Exercise! Sedentary Lifestyle More to Blame for Decline With Age Than Aging
Just spotted this one:
Running Into Old Age
Ian McMahan, Apr 22, 2015
While some loss of strength is inevitable, the researchers found that older athletes who participated in exercise programs showed significantly more muscle strength that people of similar age who didn’t exercise. Maintaining muscle strength can be a key component of successful aging, as past research has shown that its loss in seniors is correlated to an increased risk of falling, a significant cause of age-related trauma.
In fact, contrary to popular belief, older adults are not at an overall increased risk of injury when participating in exercise activity; rather, regular exercise puts them at diminished risk compared to their sedentary peers. The 2014 study noted that regular movement can strengthen bone density, which protects against osteoporosis, while a separate study, published in 1985 in the Journal of Applied Physiology, found that it can also help reduce the risk of arthritis and injuries to tendons and ligaments.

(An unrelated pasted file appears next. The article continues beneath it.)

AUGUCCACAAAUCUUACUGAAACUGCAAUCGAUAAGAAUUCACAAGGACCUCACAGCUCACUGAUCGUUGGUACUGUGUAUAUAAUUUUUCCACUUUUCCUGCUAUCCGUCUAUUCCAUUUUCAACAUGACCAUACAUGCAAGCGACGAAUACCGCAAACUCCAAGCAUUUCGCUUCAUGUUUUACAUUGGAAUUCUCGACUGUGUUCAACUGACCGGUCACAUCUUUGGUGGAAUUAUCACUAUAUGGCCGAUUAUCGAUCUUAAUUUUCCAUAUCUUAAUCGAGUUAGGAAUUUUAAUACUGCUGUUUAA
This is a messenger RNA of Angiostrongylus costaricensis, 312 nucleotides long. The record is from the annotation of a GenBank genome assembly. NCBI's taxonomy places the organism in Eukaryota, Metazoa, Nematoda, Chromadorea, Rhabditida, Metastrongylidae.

Even for the adults who haven’t exercised in years or even decades, research suggests that late is still better than never. A 2014 study in the British Journal of Sports Medicine found that among a group of people aged 55 to 73, those who had exercised at least once a week subsequently had lower rates of chronic disease, depression, and “physical or cognitive impairment” than their more sedentary peers. However, the subjects that began the study as sedentary but began exercising regularly sometime over its eight-year follow-up period had outcomes that were almost as good.
So keep on busting in.